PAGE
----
Adrien Leroy (Chapter 3, page 1 of 4)

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Chapter 3

The night was bitterly cold; but, disdaining a taxi for so short a
distance, Leroy buttoned up his coat and strode swiftly along towards
his chambers in Jermyn Court, W. As he turned the corner of the square,
he stumbled sharply over the slight figure of a girl, crouched near one
of the doorsteps, and, with his habitual courtesy, he stopped to see if
any harm had been done.

"Have I hurt you?" he asked gently, placing his hand on her shoulder.

At his touch the girl started up with a cry of distress; and, as the
shawl fell back from her head, Leroy was almost startled by the vivid
freshness of her beauty.

"Oh," she exclaimed in terrified accents, "I wasn't doing any harm! I
will move on--I--I was only resting." Then, as she saw the kindly face
looking into hers, she subsided into silence.

She was quite young, not more than about sixteen, and so slenderly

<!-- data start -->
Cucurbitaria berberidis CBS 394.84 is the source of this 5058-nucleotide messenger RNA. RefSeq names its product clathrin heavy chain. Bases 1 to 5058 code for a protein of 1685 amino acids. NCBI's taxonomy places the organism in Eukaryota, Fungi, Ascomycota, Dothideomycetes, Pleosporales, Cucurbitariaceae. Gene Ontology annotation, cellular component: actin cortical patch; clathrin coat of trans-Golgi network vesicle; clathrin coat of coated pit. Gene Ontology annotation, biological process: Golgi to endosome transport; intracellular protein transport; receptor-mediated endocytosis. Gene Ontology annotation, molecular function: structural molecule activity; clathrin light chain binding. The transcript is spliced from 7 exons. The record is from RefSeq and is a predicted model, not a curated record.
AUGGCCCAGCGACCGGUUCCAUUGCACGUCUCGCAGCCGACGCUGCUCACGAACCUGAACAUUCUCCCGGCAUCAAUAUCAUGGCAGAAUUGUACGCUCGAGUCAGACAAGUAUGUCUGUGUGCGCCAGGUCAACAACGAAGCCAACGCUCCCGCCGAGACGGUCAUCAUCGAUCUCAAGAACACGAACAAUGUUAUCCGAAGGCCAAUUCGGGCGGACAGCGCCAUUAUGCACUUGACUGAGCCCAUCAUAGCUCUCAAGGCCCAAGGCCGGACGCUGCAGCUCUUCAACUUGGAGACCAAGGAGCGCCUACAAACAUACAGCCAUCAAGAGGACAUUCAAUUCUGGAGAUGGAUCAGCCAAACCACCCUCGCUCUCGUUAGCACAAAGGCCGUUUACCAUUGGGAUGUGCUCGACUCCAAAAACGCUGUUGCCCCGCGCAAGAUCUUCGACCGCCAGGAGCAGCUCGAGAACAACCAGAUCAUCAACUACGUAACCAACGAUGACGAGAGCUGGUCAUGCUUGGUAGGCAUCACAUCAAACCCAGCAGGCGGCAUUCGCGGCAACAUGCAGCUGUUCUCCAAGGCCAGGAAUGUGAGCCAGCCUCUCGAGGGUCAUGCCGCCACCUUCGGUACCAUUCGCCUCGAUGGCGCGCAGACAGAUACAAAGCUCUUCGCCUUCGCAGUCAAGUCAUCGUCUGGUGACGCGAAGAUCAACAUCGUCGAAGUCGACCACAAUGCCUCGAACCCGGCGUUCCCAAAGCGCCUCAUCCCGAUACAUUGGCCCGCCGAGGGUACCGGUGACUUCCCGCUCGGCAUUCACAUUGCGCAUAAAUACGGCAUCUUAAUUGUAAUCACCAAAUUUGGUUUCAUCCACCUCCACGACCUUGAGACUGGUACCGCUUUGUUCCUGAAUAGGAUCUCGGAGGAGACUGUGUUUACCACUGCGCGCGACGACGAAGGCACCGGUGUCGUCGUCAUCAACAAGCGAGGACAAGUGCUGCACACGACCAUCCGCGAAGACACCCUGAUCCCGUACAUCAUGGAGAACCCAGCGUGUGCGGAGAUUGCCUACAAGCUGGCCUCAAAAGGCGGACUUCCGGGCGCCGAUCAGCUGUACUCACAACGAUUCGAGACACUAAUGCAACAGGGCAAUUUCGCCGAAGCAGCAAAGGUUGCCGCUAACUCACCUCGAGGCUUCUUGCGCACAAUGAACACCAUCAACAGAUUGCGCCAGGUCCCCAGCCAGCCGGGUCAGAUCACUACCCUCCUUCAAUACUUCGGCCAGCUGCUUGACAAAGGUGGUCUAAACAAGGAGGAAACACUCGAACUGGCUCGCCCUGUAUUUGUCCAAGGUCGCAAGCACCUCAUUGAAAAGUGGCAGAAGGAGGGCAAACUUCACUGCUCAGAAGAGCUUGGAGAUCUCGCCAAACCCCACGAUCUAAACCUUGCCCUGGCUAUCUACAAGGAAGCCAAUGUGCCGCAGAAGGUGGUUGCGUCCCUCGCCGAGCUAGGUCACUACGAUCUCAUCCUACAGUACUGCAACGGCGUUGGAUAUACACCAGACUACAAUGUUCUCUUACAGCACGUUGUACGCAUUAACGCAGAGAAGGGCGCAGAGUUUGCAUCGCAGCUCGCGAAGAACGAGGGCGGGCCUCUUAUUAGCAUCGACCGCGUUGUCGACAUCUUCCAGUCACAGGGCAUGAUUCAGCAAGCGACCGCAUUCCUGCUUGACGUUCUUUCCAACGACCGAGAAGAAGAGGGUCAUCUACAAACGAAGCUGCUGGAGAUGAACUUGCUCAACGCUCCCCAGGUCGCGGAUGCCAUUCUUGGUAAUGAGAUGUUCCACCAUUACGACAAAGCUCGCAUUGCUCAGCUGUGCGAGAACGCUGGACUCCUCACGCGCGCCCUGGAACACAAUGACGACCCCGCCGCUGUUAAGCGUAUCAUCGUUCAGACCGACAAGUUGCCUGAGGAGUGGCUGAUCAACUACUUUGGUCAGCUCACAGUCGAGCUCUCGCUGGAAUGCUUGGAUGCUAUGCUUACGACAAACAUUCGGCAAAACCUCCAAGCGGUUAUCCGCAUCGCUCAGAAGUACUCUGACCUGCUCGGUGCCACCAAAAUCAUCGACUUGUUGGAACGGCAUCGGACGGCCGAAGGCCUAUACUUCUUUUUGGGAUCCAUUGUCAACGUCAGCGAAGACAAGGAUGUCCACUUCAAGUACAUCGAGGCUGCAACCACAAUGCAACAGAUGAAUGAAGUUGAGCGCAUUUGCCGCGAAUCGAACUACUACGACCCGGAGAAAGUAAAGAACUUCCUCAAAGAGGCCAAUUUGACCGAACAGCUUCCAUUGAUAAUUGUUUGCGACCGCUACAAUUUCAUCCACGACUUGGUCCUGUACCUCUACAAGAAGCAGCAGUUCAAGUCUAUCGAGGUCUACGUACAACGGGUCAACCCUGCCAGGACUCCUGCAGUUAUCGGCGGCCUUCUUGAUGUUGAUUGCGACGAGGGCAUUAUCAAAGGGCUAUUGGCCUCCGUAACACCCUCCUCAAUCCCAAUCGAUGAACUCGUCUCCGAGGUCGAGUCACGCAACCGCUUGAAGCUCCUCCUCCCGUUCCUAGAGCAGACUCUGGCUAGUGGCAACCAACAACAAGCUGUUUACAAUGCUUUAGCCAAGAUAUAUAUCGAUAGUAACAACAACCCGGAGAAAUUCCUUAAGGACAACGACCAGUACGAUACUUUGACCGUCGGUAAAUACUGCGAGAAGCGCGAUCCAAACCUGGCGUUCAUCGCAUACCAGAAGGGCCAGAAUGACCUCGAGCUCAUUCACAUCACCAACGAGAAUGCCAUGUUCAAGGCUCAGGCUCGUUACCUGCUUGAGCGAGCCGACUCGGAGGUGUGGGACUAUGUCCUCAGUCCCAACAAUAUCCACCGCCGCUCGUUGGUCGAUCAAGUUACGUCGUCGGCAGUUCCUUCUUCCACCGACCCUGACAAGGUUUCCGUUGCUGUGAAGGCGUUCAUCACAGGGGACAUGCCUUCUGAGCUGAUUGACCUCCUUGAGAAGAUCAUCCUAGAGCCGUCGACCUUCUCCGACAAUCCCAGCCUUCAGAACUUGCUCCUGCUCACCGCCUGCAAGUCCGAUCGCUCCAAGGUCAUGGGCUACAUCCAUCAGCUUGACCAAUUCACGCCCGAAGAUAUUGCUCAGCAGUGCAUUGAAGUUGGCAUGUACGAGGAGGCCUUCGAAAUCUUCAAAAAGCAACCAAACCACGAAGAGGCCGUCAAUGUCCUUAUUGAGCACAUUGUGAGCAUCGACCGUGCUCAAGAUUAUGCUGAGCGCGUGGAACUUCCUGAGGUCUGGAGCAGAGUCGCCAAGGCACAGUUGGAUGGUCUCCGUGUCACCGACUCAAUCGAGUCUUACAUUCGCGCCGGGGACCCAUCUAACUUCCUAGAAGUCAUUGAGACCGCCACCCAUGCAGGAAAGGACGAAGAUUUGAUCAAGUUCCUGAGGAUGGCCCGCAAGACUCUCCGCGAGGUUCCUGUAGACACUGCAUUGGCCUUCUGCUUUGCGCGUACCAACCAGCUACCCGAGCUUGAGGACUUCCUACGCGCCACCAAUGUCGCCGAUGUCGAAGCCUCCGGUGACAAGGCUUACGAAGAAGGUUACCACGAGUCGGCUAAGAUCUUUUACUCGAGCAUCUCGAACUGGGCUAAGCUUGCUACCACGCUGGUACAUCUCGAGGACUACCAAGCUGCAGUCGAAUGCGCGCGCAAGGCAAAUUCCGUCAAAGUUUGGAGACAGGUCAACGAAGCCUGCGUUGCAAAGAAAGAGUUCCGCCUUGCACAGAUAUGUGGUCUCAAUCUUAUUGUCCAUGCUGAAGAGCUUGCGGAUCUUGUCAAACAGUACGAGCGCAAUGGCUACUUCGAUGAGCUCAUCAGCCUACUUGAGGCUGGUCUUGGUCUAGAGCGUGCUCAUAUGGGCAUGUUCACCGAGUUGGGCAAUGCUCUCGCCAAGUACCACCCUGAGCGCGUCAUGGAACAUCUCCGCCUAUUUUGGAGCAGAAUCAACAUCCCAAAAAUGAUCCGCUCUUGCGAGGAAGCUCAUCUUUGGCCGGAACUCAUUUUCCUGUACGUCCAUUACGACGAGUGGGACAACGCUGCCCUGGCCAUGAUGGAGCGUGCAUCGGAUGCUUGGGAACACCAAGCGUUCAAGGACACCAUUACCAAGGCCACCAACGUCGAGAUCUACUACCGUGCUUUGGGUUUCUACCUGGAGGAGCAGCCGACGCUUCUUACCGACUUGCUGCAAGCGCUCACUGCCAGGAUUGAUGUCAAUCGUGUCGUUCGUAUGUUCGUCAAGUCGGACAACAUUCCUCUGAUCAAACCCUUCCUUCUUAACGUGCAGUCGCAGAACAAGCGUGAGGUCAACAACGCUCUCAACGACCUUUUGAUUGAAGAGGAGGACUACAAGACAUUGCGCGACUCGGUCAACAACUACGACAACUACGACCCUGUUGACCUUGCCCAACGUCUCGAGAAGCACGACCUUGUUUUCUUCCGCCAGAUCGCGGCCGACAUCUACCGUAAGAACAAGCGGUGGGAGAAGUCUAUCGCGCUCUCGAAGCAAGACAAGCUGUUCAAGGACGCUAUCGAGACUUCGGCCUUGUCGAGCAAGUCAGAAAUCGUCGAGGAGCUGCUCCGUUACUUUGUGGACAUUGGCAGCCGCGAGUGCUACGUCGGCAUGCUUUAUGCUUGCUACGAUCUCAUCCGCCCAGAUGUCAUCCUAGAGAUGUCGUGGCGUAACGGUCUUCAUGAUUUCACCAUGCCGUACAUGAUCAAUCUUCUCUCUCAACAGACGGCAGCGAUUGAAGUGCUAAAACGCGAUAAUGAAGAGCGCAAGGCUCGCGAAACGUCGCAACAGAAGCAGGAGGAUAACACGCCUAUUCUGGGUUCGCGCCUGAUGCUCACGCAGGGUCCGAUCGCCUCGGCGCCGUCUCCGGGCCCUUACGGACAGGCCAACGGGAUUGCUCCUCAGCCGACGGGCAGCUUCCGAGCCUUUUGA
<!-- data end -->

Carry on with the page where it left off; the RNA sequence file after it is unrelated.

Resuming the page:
formed as to appear almost a child. Her features were clear-cut as a
cameo and she had a slightly foreign air. Her eyes were brown, but as
the light of the gas-lamp fell full on her upturned face, they showed so
dark and velvety as almost to appear black, while masses of dark hair
clustered in heavy waves round her forehead.

Unconsciously Leroy raised his hat as he repeated his question. She
shook her head at him as he bent over her, but made no reply.

"How is it you are out on such a night as this?" he asked. "Have you no
home? Where do you live?"

"Cracknell Court, Soho," she replied, in tones singularly free from any
trace of Cockney accent.

"With your parents?" queried Leroy, feeling for some money.

"No," said the girl, her red lips quivering for a moment. "Haven't got
any--only Johann and Martha--and they don't care."

"Who is Johann?" said Leroy, with an encouraging smile.

"I don't know," she answered listlessly. "He's Johann Wilfer, that's

"Why have you run away, then?"

"Johann came home drunk and beat me--so I ran out."

She pushed back her ragged shawl and held up her arm, on which bruises
showed up cruelly distinct. Leroy uttered an exclamation of anger.

"You poor child!" he said almost tenderly. "What can I do for you? If I
give you money----"

"Johann will take it and make me beg for more," she interrupted; and
Leroy withdrew his hand from his pocket, fearing this to be but too

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